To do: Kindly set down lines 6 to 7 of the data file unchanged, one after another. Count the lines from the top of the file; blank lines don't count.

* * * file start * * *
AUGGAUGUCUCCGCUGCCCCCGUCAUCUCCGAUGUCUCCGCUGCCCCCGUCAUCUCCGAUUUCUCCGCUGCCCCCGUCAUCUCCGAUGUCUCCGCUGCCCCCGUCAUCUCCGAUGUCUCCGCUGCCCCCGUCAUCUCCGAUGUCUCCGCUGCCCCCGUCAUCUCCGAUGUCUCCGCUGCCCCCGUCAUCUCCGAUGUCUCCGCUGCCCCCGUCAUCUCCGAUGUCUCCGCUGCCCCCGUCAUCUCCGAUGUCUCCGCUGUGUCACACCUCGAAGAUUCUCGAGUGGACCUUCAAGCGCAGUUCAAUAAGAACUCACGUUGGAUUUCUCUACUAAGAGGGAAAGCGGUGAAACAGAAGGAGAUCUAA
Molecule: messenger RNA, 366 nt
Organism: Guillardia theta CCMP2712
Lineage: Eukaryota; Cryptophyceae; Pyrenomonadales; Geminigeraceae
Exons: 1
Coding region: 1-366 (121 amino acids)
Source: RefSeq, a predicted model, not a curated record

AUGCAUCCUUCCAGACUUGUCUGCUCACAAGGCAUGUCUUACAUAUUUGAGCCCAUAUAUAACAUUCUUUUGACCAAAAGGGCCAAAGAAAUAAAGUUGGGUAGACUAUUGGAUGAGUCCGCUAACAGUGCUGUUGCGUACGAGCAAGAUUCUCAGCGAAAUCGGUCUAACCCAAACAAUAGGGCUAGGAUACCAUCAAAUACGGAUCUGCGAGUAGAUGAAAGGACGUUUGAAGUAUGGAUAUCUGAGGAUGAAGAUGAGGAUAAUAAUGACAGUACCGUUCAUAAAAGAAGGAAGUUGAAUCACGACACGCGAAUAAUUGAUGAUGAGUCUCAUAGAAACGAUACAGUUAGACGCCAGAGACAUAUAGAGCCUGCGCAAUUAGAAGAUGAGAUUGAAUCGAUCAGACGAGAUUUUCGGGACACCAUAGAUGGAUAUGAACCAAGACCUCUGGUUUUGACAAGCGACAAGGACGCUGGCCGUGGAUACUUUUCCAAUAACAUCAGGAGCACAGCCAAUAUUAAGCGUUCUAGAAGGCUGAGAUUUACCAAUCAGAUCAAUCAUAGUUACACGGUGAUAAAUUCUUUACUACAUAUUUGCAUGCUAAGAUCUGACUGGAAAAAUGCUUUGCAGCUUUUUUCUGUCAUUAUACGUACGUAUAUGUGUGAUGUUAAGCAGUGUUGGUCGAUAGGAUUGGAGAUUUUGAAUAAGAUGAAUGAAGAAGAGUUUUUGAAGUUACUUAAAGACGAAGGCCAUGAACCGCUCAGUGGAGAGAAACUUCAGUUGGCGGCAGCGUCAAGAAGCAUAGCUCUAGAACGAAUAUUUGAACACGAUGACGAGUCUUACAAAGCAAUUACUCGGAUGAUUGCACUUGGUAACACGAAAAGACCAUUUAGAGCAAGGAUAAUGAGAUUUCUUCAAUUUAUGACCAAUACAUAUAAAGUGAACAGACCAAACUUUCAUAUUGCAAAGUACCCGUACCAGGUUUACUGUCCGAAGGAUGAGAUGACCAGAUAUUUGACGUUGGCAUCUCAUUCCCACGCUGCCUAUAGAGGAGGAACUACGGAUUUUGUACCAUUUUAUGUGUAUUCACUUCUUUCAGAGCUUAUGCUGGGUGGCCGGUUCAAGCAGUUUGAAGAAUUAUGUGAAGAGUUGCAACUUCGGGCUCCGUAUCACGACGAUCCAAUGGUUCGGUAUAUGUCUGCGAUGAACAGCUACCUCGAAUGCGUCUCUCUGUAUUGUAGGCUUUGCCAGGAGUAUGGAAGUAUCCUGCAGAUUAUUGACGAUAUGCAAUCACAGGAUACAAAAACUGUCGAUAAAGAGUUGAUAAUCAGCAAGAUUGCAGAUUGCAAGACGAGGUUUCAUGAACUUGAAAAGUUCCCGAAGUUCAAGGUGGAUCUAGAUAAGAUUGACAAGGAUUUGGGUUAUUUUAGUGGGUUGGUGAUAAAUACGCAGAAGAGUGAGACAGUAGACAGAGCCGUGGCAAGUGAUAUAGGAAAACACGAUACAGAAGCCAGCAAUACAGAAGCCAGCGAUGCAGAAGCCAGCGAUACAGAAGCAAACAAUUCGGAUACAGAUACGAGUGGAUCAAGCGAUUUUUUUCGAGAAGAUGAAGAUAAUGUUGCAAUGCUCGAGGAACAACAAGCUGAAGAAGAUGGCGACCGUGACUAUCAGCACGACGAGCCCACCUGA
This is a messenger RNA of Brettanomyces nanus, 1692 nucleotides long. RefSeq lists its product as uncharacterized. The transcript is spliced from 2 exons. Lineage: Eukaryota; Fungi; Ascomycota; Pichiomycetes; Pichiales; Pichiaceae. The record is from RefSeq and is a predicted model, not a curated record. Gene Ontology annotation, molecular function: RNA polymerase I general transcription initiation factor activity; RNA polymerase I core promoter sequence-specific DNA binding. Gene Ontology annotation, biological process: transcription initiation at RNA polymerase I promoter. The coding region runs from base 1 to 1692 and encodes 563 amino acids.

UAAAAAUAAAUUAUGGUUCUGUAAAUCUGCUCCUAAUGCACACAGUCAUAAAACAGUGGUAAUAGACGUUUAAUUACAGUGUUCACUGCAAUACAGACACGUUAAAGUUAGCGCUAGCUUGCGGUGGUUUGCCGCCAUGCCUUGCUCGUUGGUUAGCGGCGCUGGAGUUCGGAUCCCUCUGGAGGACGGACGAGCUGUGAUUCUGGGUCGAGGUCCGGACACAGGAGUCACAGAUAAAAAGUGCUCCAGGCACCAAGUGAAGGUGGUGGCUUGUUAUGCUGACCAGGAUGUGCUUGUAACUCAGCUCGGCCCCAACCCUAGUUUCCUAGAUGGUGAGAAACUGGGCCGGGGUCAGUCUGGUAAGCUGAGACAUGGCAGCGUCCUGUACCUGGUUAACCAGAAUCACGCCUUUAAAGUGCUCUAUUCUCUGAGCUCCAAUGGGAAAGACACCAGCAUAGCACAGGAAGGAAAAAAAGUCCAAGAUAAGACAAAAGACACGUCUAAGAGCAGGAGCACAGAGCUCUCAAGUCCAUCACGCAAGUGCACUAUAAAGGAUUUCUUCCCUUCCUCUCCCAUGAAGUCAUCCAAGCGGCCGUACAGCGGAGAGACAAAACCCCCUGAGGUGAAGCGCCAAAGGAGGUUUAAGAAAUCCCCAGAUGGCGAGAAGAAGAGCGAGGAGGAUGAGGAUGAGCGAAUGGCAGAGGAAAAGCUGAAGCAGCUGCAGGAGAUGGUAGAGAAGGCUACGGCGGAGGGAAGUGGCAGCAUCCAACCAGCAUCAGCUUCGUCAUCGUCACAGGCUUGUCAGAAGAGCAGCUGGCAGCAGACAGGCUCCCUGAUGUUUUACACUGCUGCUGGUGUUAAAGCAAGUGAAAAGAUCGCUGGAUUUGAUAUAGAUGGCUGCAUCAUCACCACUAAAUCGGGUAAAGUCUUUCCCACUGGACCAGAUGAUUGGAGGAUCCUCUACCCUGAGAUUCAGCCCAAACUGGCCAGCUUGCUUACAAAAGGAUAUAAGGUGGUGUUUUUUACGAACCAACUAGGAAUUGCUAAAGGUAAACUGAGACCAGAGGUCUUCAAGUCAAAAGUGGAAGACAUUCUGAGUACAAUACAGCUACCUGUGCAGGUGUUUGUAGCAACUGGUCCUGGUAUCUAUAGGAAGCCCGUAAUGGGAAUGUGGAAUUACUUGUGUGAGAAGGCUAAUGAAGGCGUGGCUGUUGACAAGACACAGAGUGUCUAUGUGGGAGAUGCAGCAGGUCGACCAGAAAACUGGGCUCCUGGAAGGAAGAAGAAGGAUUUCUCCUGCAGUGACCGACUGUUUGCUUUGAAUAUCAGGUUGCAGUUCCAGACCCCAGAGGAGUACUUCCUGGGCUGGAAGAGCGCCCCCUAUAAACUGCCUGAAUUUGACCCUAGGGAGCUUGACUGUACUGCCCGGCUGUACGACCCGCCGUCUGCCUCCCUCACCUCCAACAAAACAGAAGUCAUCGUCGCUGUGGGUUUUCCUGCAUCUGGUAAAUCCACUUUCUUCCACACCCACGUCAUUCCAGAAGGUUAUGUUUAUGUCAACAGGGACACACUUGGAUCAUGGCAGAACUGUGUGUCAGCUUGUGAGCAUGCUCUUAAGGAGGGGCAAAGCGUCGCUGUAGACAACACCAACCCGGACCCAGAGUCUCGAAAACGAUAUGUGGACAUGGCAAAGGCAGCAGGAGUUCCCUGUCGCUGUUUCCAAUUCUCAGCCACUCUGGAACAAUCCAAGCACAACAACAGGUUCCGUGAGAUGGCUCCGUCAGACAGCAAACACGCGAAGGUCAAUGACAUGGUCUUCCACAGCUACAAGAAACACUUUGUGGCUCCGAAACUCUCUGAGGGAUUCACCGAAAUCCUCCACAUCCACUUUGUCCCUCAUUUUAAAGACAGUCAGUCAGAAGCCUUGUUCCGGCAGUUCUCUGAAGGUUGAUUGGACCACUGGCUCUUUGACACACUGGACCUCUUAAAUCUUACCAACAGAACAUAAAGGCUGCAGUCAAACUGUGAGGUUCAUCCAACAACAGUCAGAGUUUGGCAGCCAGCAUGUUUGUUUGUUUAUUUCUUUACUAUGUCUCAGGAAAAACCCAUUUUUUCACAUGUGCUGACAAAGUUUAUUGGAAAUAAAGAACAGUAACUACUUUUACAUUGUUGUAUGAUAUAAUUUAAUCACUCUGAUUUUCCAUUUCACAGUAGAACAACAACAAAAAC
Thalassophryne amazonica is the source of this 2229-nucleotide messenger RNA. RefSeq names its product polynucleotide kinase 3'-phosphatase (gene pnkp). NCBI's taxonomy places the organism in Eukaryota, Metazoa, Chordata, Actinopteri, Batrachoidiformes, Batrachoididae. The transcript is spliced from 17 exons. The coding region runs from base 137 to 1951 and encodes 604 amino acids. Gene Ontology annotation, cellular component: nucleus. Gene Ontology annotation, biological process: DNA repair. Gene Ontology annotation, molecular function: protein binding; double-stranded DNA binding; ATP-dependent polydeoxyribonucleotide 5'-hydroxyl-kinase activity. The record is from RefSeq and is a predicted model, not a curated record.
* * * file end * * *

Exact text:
Coding region: 1-366 (121 amino acids)
Source: RefSeq, a predicted model, not a curated record